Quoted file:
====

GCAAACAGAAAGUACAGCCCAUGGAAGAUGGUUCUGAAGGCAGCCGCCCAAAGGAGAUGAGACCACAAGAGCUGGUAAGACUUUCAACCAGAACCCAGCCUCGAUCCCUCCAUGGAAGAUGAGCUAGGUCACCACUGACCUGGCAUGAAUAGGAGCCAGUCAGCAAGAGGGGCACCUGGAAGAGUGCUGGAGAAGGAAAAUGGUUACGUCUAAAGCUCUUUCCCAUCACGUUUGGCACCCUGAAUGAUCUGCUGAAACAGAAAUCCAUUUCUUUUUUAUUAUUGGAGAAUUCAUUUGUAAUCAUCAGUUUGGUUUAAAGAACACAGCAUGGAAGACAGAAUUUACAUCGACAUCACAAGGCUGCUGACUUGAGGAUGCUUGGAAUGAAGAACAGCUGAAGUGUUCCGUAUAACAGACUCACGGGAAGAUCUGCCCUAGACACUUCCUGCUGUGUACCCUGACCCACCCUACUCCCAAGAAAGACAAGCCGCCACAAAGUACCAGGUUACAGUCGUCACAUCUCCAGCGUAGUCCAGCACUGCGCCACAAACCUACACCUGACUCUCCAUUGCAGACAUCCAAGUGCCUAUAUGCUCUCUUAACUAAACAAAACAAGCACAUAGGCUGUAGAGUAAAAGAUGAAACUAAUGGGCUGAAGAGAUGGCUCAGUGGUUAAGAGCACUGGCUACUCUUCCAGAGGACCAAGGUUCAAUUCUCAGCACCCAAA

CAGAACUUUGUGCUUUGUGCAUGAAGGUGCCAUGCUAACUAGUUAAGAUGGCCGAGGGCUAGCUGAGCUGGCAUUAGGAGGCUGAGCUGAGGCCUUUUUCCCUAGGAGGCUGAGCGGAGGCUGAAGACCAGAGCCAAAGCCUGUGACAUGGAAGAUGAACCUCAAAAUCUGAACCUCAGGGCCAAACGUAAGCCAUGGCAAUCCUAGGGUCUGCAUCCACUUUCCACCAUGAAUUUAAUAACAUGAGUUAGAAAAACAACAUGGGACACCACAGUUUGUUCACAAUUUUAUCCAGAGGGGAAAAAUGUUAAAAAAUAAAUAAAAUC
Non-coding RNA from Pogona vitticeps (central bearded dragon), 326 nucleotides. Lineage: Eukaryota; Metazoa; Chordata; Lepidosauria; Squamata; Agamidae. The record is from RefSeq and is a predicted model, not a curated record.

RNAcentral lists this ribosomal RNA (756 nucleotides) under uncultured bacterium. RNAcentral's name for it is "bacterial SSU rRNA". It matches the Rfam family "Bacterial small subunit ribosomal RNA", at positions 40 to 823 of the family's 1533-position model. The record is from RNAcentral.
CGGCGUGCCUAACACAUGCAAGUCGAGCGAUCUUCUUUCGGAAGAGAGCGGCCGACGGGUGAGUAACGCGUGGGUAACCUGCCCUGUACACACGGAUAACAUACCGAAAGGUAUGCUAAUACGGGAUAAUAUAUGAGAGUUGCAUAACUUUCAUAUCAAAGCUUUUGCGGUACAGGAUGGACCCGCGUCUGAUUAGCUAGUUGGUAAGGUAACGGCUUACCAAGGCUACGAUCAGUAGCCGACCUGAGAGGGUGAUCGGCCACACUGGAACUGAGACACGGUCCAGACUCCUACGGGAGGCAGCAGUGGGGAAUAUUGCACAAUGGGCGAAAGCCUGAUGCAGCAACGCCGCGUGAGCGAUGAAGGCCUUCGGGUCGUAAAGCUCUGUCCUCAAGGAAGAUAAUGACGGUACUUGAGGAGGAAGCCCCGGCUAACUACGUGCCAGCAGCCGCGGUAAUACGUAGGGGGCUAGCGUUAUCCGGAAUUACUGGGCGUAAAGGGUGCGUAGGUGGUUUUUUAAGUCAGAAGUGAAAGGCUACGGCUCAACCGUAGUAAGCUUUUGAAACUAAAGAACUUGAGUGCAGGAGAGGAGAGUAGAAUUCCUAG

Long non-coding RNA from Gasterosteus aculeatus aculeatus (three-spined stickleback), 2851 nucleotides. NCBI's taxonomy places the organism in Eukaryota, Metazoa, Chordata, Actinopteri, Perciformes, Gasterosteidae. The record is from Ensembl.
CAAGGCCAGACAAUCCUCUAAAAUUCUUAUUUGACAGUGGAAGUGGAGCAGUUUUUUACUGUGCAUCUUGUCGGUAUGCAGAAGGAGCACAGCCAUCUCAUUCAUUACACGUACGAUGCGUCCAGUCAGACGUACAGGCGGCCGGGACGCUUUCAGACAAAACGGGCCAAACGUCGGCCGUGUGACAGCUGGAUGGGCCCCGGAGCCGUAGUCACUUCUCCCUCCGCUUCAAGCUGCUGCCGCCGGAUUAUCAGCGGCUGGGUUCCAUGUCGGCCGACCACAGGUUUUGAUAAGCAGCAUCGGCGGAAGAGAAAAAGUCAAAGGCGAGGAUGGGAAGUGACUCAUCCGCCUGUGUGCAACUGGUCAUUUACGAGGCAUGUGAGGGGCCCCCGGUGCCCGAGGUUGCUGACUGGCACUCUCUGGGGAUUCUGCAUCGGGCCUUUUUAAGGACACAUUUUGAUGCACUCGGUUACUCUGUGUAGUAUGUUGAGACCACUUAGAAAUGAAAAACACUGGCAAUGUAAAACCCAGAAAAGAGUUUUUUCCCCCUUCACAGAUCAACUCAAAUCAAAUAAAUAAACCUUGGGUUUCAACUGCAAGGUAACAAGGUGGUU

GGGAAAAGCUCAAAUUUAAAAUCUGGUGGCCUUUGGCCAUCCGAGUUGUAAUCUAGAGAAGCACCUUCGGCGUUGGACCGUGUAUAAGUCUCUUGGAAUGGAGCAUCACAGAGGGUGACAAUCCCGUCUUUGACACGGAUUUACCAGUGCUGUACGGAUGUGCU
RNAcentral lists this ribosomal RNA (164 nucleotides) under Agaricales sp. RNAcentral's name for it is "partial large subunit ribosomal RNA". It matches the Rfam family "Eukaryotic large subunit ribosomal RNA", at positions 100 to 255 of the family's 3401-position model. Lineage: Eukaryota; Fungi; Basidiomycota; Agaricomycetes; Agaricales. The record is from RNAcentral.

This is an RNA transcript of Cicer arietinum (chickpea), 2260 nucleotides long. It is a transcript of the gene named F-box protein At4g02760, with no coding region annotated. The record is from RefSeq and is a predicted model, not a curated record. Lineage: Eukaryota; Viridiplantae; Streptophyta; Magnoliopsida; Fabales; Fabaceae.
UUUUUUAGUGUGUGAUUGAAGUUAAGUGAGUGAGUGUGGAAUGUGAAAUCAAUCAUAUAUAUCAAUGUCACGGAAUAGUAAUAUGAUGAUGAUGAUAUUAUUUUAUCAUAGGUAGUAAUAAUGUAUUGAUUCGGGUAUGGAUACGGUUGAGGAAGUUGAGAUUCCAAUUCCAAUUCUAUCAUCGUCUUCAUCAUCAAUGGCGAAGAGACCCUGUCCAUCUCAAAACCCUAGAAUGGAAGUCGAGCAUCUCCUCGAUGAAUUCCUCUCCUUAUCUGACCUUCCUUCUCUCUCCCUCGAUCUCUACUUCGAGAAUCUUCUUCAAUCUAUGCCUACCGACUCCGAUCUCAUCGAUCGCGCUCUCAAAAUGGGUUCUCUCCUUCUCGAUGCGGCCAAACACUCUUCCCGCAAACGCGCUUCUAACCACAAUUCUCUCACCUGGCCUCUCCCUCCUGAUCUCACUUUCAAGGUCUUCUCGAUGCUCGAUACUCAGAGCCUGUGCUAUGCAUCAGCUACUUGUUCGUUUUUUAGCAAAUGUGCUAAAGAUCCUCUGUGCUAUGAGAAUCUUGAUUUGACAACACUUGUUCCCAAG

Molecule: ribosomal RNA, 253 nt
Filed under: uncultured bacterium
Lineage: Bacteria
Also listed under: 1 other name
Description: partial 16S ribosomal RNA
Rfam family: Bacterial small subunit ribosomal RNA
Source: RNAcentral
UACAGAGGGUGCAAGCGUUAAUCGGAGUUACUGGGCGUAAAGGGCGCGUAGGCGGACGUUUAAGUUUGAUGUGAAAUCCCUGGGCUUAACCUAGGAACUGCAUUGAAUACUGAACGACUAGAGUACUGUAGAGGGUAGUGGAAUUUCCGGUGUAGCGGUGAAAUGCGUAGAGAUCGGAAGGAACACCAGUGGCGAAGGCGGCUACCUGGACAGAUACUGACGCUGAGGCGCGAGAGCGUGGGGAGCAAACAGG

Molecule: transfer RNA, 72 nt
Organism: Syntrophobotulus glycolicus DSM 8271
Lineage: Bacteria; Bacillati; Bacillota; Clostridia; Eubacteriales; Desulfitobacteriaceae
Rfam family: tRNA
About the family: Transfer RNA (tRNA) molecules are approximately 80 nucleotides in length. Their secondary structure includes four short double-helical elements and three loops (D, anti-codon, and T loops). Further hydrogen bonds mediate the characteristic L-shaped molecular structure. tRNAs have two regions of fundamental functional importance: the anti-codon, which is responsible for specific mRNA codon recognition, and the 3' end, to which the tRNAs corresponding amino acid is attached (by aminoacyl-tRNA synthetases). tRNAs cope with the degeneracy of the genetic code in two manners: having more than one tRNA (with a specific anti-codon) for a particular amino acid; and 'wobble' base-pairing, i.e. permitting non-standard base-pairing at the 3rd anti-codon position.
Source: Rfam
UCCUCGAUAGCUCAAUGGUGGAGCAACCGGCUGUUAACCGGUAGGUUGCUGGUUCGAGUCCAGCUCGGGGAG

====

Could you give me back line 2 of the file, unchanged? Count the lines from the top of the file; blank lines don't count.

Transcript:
CAGAACUUUGUGCUUUGUGCAUGAAGGUGCCAUGCUAACUAGUUAAGAUGGCCGAGGGCUAGCUGAGCUGGCAUUAGGAGGCUGAGCUGAGGCCUUUUUCCCUAGGAGGCUGAGCGGAGGCUGAAGACCAGAGCCAAAGCCUGUGACAUGGAAGAUGAACCUCAAAAUCUGAACCUCAGGGCCAAACGUAAGCCAUGGCAAUCCUAGGGUCUGCAUCCACUUUCCACCAUGAAUUUAAUAACAUGAGUUAGAAAAACAACAUGGGACACCACAGUUUGUUCACAAUUUUAUCCAGAGGGGAAAAAUGUUAAAAAAUAAAUAAAAUC